Washington Fish Growers Association executive director Dan Swecker retires
By Aquaculture North America Staff
OLYMPIA, Wash. - The Washington Fish Growers Association (WFGA) has announced that longtime executive director Dan Swecker has retired from his position, effective Dec. 31, 2018.
Swecker, a salmon farming pioneer and former state senator from Rochester, Wash., will continue to advise the organization as director emeritus as it transitions to a new aquaculture advocacy organization – The Northwest Aquaculture Alliance (NWAA). The NWAA will represent the aquaculture industry from the Pacific Northwest region, including Washington, Oregon, Idaho, Montana, and British Columbia.
Swecker, a pioneer in salmon farming in Washington, represented the 20th Legislative District as State Senator from 1995-2012. He served in the U.S. Army as a helicopter pilot during the Vietnam War, where he was awarded a Purple Heart, Bronze Star, and 25 air medals. He led WFGA for nearly three decades.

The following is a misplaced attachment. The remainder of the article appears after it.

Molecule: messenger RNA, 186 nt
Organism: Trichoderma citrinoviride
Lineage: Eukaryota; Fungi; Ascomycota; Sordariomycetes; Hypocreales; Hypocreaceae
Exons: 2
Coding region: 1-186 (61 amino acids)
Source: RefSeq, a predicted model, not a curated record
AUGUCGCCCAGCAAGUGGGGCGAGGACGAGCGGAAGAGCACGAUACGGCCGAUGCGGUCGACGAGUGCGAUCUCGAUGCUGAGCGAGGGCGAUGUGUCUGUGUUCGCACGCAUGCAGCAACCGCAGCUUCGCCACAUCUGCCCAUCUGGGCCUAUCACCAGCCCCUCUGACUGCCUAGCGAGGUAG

“Dan Swecker’s contribution to WFGA over the years has been immeasurable,” said WFGA board president John Dentler. “As a respected former senator with a reputation for finding solutions, Dan has led this organization through some very significant challenges. We are grateful to ‘Senator Dan’ for all that he has done to foster support for aquaculture at the state level. As we work to build a broader and stronger coalition, Dan will continue to help guide and advise us to achieve future success.”
Dentler said the WFGA Board has tapped aquaculture advocate and seafood industry veteran, Jeanne McKnight, to serve as interim executive director of the NWAA. McKnight, a former director of communications for the Global Aquaculture Alliance, spent 20 years advocating for the Chilean farmed salmon industry in the U.S., market and handled trade communications for an aquaculture organization in Vietnam. She started her new role on Jan. 1, 2019 and will work closely with Swecker during the transition.
McKnight said she welcomes the challenge of improving the public’s perception of aquaculture products as well as the industry itself. “Globally, aquaculture is an economic driver,” McKnight said. “There’s huge opportunity for our region to embrace this important industry and enjoy sustainably produced, locally grown fish and seafood alongside our wonderful wild seafood.” She added, “The acceptance of aquaculture is happening in other US regions as well as around the world. It can and should happen here.”